Traverse City Record-Eagle
---- — ‘Cabin Fever’ talk
FRANKFORT — “Cabin Fever” Artist Talks continue Friday, Dec. 13, with a program by batik artist Elizabeth Abeel.
Abeel will discuss her art at 5:30 p.m. at the Elizabeth Lane Oliver Center for the Arts, 132 Coast Guard Road. The program is free and open to the public. Call 352-4151 or visit www.oliverartcenterfrankfort.org to learn more.
TRAVERSE CITY — The Bayside Travellers Dance Society will host a holiday potluck and contra dance on Saturday, Dec. 14.
The potluck starts at 6 p.m. at Twin Lakes Park, 6800 N. Long Lake Road. Attendees should bring their own non-alcoholic beverage, table service and a dish to pass. The Rhythm Billies will present a musical program at 7:15 p.m. Contra dancing will start at 8 p.m. with the White Elephant gift exchange dance and continue until 11 p.m. Attendees should bring a wrapped gift to participate and recycled gifts are encouraged.
Admission is $10 for adults, $6 for students with ID and free for members. For details, call 313-2596, email email@example.com or visit www.dancetc.com.
Library open house
THOMPSONVILLE — The Friends of the Betsie Valley District Library will host a Holiday open house on Saturday, Dec. 14.
Visitors can enjoy holiday treats and visit with Santa Claus from 5-7 p.m. at the library, 14731 Thompson Ave. Call 378-2716 to learn more.
Lights, Bites, Books
SUTTONS BAY — The Suttons Bay Bingham District Library will host its inaugural “Lights, Bites and Books Gala” on Saturday, Dec. 14.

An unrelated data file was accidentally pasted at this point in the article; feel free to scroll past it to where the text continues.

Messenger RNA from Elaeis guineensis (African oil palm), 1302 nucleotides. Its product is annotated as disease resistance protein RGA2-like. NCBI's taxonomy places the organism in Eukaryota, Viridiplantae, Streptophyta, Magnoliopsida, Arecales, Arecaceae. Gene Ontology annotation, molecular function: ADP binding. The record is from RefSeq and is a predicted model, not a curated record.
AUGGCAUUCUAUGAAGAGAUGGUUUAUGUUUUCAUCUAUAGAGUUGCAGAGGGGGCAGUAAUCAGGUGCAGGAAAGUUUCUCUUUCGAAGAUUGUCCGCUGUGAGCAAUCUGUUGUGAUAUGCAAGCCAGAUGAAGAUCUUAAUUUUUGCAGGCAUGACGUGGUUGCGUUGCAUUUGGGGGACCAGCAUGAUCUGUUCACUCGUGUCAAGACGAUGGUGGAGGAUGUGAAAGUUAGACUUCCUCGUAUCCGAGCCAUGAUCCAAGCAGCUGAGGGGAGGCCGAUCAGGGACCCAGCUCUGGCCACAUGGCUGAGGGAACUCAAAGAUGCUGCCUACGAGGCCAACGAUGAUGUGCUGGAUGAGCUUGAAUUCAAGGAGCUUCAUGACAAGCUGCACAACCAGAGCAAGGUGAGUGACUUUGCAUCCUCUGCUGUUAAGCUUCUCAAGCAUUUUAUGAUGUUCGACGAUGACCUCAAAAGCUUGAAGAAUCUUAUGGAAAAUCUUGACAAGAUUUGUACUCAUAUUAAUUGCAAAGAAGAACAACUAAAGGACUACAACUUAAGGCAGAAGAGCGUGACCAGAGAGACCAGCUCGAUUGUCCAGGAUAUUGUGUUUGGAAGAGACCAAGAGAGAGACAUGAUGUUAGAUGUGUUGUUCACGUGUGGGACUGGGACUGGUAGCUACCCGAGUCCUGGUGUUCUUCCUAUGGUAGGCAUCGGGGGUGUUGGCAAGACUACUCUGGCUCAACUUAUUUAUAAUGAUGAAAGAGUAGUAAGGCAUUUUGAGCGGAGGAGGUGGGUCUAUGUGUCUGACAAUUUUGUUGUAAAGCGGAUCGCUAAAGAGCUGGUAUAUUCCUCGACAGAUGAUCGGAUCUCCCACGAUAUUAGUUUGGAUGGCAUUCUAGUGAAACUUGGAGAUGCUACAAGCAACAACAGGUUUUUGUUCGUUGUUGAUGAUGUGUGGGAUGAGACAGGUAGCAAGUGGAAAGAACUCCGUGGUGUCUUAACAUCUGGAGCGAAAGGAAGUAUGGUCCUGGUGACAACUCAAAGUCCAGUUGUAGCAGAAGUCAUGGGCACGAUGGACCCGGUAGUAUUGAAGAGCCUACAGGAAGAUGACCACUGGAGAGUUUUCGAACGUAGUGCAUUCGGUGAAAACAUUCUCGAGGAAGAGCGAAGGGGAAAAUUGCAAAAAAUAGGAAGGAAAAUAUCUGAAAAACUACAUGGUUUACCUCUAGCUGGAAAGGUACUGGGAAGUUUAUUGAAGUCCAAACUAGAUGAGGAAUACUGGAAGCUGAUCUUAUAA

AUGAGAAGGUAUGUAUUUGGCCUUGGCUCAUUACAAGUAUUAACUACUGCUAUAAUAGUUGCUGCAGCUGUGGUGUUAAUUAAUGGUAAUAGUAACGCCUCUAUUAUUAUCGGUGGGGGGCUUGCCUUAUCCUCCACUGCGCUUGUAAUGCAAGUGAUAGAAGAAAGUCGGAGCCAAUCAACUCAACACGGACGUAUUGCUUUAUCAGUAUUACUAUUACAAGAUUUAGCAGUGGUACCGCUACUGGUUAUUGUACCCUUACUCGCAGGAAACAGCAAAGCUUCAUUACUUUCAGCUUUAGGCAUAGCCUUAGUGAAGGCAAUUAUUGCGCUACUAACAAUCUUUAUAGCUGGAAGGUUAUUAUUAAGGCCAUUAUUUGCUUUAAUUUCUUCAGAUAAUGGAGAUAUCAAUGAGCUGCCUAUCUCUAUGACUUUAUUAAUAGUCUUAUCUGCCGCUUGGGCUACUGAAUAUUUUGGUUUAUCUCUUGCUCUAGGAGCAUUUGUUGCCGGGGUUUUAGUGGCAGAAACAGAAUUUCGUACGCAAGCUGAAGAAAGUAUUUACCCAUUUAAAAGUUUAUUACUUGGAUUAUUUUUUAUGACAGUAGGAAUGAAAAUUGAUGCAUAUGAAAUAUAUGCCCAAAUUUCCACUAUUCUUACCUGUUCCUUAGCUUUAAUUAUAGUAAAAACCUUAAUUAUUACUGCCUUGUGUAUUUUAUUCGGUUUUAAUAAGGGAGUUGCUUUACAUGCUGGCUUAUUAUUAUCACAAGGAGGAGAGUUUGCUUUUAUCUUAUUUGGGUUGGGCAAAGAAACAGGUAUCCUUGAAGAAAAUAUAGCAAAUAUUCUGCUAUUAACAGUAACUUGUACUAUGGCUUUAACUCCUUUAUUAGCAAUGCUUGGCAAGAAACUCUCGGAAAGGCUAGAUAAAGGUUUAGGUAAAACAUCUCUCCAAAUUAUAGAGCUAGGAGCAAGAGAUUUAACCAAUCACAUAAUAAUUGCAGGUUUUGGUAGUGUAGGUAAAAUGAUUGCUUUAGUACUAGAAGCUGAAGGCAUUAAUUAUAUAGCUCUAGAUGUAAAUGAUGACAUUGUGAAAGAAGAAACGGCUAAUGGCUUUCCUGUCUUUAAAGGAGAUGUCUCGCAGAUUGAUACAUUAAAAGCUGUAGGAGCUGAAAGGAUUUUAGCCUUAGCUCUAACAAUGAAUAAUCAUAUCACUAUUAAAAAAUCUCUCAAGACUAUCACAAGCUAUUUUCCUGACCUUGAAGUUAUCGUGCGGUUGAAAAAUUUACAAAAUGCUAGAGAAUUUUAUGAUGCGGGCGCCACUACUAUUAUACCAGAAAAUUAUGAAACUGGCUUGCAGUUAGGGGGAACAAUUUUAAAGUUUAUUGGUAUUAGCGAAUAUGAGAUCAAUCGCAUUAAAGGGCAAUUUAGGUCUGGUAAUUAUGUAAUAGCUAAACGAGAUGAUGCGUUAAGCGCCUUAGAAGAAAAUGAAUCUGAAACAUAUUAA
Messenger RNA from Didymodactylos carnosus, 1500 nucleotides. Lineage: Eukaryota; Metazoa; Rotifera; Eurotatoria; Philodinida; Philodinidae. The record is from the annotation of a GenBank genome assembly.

The holiday event will be held from 6-8 p.m. at the library, 416 Front St., with local wine, hors d’oeuvres, music and a silent auction. Tickets are $25 each. For details or tickets, call 271-3512 or visit www.suttonsbaylibrary.org.
Back porch music
CHARLEVOIX — Blues musician Cal Manis will be the featured performer at the Saturday, Dec. 14, Back Porch Music Event.
Manis will perform from 7-8:30 p.m. at the Charlevoix Senior Center Building, the corner of Carpenter and Sheridan streets. A circle jam session will follow. Donations are appreciated and include soups, coffee and cookies. All proceeds will go toward Back Porch food costs. For details, call 622-2944.
PETOSKEY — A new Artist Residency program is being established between Crooked Tree Arts Center and the Klco family of Good Hart.
Through the program, an emerging artist will be able to spend two weeks with room and board provided in northern Michigan. The resident artist will be housed in a rural setting within walking distance of Lake Michigan and the village of Good Hart along the “Tunnel of Trees.”
To learn more about the program, visit www.crookedtree.org or call the arts center, 347-4337. Artists interested in the program may apply through the CaFE website through Jan. 31.
Color on slopes
NEW YORK (AP) — Bright is the new black when it comes to colors and styles for snow bunnies to look their best on the slopes.
The move to color in winter-sport outerwear follows a trend seen in clothing for other active pursuits, such as running, rock climbing and cycling.
Part of the color revolution is driven by safety since it’s easier to spot a bright color in dim winter light, and there’s a fashion factor, too, but there’s also a little flamboyance and fun at play, say experts.